Freddo cappuccino, the iced version of the regular cappuccino coffee, usually has a small amount of cold frothed milk (afrogala in Greek) on top of it. Particularly popular among those who prefer a cold and strong coffee, the freddo cappuccino has become the most widely consumed coffee in Greece over the past ten or so years.
In the mid-2000s, when the first specialty coffee shops began opening in Athens and beverages were being prepared with high-quality coffee beans, espresso was already well-established. Following the new global trend, espresso-based beverages were becoming more popular, and it didn’t take long for the Italian tradition to become a part of the Greek coffee culture. This led to the creation of freddo espresso and freddo cappuccino.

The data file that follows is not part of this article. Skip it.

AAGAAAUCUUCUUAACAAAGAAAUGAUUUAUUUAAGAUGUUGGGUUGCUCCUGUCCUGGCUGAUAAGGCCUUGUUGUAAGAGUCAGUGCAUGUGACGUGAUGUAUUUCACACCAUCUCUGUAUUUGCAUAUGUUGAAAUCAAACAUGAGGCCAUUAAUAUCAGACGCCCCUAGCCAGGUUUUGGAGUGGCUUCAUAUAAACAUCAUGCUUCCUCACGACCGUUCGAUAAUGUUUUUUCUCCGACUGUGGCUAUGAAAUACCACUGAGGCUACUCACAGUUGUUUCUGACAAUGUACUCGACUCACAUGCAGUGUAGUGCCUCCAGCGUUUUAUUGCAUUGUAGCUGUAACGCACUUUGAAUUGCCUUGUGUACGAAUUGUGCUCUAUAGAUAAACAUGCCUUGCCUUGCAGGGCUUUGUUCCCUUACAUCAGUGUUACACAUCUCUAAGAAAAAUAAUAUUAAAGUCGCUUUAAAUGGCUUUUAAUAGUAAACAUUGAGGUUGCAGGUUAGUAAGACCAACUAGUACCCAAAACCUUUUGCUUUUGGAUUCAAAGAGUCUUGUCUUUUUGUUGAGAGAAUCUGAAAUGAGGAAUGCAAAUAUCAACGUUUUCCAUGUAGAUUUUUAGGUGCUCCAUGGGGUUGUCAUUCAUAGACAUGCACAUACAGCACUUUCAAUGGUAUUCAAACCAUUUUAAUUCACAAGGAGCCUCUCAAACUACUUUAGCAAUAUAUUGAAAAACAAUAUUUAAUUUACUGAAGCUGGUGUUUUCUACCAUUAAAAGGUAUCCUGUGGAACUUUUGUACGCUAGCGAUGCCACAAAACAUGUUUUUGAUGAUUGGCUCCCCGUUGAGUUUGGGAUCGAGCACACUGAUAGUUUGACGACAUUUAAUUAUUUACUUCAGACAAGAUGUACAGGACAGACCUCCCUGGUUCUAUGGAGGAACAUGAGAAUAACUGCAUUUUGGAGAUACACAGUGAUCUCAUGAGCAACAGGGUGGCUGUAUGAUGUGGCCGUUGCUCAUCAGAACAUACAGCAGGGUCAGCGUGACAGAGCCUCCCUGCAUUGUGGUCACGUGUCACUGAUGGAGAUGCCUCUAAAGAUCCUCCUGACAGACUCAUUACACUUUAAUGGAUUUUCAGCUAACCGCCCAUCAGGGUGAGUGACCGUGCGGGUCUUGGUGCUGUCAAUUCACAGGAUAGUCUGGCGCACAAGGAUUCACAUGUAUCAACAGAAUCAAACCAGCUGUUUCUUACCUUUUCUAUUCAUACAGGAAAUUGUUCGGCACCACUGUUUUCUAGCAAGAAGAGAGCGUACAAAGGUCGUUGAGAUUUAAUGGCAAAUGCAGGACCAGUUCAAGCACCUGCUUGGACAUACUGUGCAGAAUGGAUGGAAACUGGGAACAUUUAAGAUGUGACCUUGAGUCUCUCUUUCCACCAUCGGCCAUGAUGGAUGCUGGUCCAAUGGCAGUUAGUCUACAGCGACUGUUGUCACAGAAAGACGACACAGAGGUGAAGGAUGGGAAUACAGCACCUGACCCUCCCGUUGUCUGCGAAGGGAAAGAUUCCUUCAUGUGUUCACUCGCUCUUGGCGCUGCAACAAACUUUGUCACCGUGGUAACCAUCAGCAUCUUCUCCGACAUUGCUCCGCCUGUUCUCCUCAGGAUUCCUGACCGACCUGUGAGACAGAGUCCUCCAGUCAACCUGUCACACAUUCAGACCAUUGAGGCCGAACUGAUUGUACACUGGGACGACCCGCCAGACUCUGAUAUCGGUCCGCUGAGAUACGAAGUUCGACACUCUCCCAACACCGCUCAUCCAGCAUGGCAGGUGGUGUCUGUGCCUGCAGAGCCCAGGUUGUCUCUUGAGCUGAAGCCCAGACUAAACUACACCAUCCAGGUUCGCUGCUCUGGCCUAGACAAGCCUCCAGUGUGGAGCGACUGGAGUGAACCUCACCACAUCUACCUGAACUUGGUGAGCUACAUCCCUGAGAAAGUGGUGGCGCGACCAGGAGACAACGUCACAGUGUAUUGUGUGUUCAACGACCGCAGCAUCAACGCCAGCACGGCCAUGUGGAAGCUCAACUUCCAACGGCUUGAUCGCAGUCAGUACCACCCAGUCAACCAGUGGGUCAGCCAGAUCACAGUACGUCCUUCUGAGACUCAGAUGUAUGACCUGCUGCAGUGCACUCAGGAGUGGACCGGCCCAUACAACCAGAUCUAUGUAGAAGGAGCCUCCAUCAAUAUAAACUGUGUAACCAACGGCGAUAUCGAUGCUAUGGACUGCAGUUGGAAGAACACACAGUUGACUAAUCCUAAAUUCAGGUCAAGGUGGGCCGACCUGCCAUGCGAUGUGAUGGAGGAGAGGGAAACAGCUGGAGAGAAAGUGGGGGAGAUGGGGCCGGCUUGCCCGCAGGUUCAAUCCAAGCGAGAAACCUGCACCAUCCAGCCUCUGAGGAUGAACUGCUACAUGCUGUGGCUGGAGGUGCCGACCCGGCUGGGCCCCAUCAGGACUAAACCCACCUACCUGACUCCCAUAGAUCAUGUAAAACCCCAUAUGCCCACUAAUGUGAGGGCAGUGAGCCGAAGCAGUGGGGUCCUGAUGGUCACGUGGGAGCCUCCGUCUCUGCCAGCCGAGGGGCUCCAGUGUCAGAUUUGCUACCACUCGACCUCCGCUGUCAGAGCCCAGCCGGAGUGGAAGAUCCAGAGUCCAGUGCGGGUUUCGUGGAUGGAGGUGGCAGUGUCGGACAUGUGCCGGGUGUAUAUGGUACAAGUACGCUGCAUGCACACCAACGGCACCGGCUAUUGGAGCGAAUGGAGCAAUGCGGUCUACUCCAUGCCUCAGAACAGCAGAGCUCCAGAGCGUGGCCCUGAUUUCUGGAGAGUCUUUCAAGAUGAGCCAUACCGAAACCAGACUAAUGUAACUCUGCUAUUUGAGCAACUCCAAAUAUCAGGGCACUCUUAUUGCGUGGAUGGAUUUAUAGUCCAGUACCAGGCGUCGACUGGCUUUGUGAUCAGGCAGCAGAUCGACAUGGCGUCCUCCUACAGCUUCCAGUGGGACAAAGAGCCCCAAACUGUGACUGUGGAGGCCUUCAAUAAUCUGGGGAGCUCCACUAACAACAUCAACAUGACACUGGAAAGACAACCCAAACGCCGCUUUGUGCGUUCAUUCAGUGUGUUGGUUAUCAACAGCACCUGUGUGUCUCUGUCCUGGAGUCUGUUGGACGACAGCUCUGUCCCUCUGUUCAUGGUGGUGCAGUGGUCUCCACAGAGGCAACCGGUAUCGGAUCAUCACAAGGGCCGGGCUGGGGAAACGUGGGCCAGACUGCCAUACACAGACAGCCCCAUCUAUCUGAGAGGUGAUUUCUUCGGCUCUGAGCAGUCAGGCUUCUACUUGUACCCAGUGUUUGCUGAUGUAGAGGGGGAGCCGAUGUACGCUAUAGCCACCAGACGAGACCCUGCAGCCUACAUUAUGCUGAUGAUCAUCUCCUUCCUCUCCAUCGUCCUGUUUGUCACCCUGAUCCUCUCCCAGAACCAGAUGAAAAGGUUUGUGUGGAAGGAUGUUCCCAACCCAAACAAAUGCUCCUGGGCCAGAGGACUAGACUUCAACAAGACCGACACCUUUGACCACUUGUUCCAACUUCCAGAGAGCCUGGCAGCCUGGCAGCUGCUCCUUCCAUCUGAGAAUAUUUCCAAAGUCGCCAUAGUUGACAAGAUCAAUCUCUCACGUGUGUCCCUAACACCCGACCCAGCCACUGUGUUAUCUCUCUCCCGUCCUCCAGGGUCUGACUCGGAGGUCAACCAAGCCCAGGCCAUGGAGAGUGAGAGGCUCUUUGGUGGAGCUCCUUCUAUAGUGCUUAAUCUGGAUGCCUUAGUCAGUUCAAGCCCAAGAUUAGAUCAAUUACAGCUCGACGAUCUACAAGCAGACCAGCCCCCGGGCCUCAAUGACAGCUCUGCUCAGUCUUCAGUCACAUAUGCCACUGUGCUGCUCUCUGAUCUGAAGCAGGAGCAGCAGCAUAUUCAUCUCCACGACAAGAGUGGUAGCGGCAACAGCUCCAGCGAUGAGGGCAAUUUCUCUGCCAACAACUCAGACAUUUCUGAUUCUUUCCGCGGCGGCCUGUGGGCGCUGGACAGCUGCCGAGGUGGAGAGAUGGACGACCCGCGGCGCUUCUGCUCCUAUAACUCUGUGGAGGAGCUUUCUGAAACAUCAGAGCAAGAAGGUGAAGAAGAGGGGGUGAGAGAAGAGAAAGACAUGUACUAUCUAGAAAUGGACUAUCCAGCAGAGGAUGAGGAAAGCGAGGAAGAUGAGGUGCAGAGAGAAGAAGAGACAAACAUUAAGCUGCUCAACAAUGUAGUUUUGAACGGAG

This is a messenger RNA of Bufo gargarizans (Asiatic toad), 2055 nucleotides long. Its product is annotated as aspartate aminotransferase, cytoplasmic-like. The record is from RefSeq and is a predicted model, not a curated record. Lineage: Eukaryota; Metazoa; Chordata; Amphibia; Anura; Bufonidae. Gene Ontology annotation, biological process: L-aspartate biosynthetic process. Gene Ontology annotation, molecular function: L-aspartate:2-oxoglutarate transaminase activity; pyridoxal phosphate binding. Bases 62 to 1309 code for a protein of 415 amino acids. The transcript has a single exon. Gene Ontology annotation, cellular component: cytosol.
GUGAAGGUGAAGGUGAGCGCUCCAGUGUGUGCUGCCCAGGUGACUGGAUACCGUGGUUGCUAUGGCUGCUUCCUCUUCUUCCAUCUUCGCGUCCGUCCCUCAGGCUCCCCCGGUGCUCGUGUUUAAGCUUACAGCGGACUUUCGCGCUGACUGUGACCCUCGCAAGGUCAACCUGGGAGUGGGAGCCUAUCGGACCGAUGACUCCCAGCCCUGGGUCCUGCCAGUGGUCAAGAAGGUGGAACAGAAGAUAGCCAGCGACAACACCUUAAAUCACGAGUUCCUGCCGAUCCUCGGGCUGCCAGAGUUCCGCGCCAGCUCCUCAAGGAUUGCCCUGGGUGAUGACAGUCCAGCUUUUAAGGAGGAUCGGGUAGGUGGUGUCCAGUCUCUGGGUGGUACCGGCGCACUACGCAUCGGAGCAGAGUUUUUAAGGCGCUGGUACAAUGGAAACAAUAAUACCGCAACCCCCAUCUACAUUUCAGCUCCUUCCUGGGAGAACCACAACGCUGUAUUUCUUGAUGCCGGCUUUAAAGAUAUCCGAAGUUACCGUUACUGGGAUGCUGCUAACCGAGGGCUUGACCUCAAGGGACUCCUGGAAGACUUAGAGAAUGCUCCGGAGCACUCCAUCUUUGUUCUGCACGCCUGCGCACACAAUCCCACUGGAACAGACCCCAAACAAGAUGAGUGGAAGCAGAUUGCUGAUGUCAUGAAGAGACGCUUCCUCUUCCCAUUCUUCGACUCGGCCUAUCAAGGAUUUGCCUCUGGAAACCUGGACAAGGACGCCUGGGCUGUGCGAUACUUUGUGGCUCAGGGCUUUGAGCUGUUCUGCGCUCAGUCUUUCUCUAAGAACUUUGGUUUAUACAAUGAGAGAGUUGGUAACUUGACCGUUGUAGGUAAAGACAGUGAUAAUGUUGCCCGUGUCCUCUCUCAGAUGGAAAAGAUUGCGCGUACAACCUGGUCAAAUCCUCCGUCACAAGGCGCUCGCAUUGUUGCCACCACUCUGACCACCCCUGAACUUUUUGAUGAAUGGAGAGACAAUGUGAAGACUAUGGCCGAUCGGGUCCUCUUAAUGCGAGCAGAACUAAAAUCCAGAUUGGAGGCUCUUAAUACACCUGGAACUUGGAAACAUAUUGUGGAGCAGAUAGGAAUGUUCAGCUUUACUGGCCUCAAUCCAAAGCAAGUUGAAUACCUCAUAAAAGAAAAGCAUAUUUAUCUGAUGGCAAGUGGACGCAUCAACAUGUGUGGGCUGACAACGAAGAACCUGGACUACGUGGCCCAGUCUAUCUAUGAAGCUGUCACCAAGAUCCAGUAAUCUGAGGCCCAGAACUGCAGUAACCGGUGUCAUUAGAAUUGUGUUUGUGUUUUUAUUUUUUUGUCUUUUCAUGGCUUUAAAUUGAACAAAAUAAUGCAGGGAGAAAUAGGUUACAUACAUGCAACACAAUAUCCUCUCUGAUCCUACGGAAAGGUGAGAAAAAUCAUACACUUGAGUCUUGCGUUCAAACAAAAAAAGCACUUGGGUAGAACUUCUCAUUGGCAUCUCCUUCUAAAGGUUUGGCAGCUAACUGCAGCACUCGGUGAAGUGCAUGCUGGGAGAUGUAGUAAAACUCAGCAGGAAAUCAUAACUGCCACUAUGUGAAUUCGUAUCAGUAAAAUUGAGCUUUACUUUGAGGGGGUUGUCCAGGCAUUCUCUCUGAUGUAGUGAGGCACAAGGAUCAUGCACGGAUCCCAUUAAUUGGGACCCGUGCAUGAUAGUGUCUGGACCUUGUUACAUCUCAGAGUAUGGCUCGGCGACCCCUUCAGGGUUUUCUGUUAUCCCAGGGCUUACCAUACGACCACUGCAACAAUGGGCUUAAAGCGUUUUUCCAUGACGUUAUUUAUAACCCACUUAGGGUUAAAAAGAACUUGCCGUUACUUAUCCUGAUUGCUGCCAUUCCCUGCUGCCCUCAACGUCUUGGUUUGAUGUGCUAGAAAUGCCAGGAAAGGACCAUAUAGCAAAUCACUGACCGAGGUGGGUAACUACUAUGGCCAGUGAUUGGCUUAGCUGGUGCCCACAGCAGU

To make a great freddo espresso, you will first need to make a double shot of espresso. Pour it in a metal shaker with ice cubes and optional sugar, shake it for a few seconds, and pour it over a glass with some more ice cubes. For freddo cappuccino, simply add a few tablespoons of frothed milk on top.
How to order coffee in Greece
When ordering certain types of coffee in Greece, your waiter will typically ask you how much sugar you want. This is because they might need to add the sugar at the time of preparation, such as in the Greek coffee or the frappe.
When you visit a Greek coffee shop, you can request that your coffee be sweet (glyko), medium sweet (metrio), or contain no sugar (sketo). If you are having a rather challenging day and you need a boost of energy or you are simply a huge coffee fan, you can opt for a double coffee (diplos).
You can also request that milk be added to your frappe by saying “me gala,” which means “with milk” in Greek.